To refresh your memory, in the last post, we were charting the progress of two hoteliers from Amsterdam who were attempting to boost revenue with a very small budget.
When we left them last, they had identified early arriving guests as a
- They were selling more early check-ins than they could actually provide and their housekeeping team were not happy!
- The manual element of these tasks was making too much work for an already stretched front desk team.
- They weren't sure how much to charge for each early check-in as somedays they had plenty to offer, but somedays only one or two. It didn't feel like they maximising their revenue.
So how did they solve all these problems? In this post, I'm going to dive in to the strategies they used and analyse why they were so effective.
Let's get started.
It's at this point in the story when I first met David and Maikel at a conference in Amsterdam. They explained the problems they were facing and I offered to help out.
We sat down strategise how we could solve these three problems, let's break them down in order.
Problem 1: Inventory Management
The first problem was one of inventory management. How could we ensure that rooms would be ready for the guests who reserved an early check-in.
We thought about hiring more cleaning staff, but that wasn't really an option on a small budget.
We then hit on a very simple solution, that proved to be very effective.
With my team here at HotelFlex, we built a simple system that only sent early check-in offers to guests if there was an empty room in their room category the night before. That way we could always be confident that there was a clean and empty room ready for them whatever time they arrived which meant that this strategy now had no impact on their housekeeping team. Which made them much happier!
However, as with everything in life, the timing proved to be the key. At what time could you they be confident that they weren't going to sell that room? We ran an analysis of their bookings and learn't that the vast majority of their same day bookings happened before 7pm. Walk-ins after 7pm were (relatively) rare.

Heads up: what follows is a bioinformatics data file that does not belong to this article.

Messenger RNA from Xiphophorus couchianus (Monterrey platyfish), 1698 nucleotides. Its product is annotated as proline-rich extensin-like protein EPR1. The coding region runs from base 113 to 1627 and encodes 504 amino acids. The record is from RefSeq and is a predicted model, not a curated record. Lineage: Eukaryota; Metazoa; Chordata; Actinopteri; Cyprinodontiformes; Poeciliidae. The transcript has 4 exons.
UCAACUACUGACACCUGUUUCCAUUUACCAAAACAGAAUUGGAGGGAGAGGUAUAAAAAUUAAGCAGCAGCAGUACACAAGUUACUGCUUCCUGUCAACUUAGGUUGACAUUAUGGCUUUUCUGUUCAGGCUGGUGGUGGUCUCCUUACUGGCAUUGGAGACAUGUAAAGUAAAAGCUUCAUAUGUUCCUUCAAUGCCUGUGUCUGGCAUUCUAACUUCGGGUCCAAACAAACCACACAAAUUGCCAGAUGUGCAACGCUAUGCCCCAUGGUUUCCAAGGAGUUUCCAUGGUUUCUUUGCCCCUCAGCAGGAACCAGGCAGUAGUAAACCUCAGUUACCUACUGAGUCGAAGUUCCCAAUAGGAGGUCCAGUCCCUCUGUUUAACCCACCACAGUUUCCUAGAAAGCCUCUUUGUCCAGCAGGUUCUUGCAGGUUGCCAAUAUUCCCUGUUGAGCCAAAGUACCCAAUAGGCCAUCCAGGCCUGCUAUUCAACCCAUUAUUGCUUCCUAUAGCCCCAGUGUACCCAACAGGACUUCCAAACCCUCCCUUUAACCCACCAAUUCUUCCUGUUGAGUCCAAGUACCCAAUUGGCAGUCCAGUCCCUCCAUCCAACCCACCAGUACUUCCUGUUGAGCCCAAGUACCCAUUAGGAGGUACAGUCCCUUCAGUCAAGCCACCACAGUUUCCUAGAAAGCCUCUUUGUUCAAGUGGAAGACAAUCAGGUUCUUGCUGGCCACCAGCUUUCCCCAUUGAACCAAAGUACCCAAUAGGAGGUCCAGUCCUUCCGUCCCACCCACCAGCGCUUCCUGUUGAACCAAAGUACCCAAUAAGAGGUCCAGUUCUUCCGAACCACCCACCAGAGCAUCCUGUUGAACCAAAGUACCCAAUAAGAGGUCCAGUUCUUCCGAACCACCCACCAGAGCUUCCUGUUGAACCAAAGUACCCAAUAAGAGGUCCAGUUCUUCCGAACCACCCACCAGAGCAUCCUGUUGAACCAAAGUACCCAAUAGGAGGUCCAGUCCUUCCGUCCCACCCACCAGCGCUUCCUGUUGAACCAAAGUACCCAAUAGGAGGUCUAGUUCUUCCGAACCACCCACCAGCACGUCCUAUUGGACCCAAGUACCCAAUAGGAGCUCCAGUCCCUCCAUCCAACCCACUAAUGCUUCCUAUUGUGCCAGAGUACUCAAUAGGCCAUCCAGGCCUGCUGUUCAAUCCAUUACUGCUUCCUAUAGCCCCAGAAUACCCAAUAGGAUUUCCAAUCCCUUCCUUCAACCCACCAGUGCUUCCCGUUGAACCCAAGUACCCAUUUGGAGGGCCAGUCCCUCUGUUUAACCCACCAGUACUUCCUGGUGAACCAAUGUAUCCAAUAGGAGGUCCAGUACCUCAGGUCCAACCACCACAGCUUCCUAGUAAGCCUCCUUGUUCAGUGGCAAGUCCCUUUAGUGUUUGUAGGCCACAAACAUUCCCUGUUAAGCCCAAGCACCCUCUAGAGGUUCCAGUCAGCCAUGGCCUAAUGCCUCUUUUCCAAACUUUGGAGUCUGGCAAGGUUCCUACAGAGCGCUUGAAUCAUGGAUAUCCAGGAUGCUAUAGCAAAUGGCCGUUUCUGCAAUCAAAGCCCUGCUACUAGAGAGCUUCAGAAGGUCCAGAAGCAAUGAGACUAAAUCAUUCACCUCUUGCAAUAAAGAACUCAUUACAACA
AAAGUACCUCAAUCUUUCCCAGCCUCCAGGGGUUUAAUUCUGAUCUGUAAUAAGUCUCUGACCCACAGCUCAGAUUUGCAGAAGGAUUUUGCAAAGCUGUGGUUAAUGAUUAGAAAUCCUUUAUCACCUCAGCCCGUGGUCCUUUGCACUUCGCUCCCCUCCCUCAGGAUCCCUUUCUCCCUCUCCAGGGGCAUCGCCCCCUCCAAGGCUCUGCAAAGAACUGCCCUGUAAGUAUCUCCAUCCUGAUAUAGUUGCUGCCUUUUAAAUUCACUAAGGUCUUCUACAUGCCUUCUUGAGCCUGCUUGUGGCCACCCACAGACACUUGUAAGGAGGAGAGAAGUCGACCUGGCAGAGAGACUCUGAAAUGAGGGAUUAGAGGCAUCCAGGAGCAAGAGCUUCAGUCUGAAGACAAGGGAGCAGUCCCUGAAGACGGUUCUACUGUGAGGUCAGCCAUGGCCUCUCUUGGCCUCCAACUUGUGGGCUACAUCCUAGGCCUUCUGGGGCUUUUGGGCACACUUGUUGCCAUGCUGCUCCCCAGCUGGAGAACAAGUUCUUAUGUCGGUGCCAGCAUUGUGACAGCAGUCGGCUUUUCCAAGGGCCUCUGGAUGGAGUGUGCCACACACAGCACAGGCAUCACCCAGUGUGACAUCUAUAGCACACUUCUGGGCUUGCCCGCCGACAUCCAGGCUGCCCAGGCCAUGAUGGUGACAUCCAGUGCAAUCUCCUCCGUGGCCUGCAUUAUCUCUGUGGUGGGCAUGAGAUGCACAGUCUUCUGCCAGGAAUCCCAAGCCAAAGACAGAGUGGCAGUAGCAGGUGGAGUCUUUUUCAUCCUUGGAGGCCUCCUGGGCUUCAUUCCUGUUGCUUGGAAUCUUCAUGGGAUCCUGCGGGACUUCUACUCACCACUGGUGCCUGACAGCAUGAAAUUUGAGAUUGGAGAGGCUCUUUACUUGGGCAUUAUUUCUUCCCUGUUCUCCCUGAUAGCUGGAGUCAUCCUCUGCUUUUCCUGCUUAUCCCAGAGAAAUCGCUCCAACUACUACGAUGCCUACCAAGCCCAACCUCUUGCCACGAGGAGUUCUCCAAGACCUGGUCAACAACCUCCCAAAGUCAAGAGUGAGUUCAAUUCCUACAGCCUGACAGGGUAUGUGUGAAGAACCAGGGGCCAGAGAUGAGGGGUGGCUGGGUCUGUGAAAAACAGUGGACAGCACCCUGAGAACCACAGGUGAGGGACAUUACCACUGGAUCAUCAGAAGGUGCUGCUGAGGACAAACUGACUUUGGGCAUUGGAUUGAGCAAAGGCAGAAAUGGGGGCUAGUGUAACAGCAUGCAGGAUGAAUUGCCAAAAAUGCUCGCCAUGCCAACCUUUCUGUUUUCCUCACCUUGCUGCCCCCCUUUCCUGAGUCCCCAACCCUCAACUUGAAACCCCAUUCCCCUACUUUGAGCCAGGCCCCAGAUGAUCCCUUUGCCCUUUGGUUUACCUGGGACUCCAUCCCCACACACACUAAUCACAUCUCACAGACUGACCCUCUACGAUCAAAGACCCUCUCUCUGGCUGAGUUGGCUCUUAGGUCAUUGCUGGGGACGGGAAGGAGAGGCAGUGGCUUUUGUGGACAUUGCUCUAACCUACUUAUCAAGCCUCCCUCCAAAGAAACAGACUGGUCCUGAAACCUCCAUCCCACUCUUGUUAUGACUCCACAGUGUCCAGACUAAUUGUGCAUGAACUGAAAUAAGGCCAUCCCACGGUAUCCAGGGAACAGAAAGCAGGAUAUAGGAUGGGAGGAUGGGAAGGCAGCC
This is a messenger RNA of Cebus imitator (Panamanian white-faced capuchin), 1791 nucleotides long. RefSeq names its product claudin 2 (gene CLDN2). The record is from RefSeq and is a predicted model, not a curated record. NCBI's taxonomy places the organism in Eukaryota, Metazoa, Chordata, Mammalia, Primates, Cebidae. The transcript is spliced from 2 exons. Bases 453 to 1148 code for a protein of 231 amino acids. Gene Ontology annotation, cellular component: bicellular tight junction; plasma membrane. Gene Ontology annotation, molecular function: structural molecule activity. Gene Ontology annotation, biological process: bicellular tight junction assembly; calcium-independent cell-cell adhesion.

However, the other side of the coin was that we were targeting guests arriving on long haul flights, so we had to make the offer before they boarded their flight.
We analysed all their guests and where they were travelling from and resulting flight schedules. We learnt that the majority of them boarded their flights between 12 might-night and 2am Amsterdam time.
So to give us the best chance of the guest seeing the offer, we sent them at 7pm. The perfect balance between being confident on the inventory available and the guest receiving the offer before they left.
Problem 2: Creating Too Much Work
The second problem we faced was that sending the emails, monitoring the replies and updating the PMS was creating too much work for an already stretched front desk team.
To solve this problem, the team and I went away and built a solution that integrated into their PMS to automate the entire process. Now all the front desk team have to do is welcome the guest into the hotel. We estimate this saved up to 5 hours of work for the team each week.
Problem 3: Pricing
Like every hotel around the world, their occupancy differs on each day of the week. And consequently they could offer more early check-ins on some days than others. Added to this, they were also seeing a greater demand for early check-ins on some days than others. For example, more business travellers were arriving early on a Monday morning for a week of meetings and so the demand was highest on this day.
So we began to think, should we charge the same amount each day? Or should we charge dynamically based on supply and demand? And should we charge the same amount for a guest arriving at 8am as a guest that arrives at 11am?
We began to experiment, we built a simple algorithm that increased the price if supply dropped and demand rose and visa versa.
We also added a layered pricing option where guests could choose their arrival time and pay according to the added amount of hours they needed.
These three strategies not only hugely increased the revenue generated from this activity, but also took away all operational impact resulting in zero manual work for the hotel. Ticking all boxes for the hotel.
But how much revenue did they generate? I'll dive into the financial impact of this strategy and more in the next instalment of the Innovative Hotelier.
But before you leave, leave a comment below, I would love to hear what you think about these strategies. Have some better ideas of your own? We would love to hear about them.